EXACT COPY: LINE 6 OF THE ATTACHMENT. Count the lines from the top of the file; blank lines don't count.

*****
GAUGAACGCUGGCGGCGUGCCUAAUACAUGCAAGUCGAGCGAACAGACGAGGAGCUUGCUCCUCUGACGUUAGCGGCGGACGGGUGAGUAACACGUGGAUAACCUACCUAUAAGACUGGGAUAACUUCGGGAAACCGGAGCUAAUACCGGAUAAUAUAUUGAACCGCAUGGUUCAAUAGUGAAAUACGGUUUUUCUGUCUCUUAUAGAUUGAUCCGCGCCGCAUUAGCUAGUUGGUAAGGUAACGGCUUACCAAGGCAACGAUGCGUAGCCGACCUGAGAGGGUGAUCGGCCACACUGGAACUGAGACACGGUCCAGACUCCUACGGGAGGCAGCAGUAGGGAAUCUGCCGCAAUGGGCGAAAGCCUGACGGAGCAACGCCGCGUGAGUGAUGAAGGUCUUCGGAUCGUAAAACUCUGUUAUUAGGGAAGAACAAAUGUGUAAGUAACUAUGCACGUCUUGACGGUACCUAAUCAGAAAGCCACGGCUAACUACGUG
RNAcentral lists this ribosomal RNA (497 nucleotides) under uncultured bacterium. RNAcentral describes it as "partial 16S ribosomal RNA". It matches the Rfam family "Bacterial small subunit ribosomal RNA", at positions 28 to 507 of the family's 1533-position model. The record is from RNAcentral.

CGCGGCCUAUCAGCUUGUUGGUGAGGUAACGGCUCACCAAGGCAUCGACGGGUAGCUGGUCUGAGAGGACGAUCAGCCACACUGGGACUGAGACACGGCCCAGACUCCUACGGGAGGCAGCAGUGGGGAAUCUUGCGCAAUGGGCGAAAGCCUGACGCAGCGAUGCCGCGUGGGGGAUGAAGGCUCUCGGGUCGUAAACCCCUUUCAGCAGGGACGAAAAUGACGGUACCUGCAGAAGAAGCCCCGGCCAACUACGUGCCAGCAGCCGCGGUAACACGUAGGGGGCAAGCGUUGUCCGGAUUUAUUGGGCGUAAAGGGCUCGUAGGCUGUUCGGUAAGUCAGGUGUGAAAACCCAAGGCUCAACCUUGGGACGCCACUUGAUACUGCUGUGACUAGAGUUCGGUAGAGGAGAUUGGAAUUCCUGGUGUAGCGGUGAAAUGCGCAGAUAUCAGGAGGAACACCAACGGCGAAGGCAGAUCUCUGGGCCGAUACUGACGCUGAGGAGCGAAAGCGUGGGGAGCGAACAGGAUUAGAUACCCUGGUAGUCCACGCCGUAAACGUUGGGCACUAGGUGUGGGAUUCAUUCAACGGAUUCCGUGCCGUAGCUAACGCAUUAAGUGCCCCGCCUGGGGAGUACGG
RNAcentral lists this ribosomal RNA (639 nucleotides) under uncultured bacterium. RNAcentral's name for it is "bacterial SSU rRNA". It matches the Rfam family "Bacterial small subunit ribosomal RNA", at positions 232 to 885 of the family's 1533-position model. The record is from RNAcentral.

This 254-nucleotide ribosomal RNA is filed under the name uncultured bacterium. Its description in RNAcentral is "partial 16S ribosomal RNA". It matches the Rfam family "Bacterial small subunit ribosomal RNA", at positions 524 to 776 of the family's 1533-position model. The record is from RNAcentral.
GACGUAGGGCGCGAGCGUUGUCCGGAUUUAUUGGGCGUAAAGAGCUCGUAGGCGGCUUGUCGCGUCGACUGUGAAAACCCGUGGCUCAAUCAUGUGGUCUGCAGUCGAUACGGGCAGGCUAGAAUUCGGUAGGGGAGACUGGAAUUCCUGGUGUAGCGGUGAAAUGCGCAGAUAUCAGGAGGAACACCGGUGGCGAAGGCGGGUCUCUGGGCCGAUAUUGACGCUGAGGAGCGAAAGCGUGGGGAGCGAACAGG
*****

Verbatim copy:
GACGUAGGGCGCGAGCGUUGUCCGGAUUUAUUGGGCGUAAAGAGCUCGUAGGCGGCUUGUCGCGUCGACUGUGAAAACCCGUGGCUCAAUCAUGUGGUCUGCAGUCGAUACGGGCAGGCUAGAAUUCGGUAGGGGAGACUGGAAUUCCUGGUGUAGCGGUGAAAUGCGCAGAUAUCAGGAGGAACACCGGUGGCGAAGGCGGGUCUCUGGGCCGAUAUUGACGCUGAGGAGCGAAAGCGUGGGGAGCGAACAGG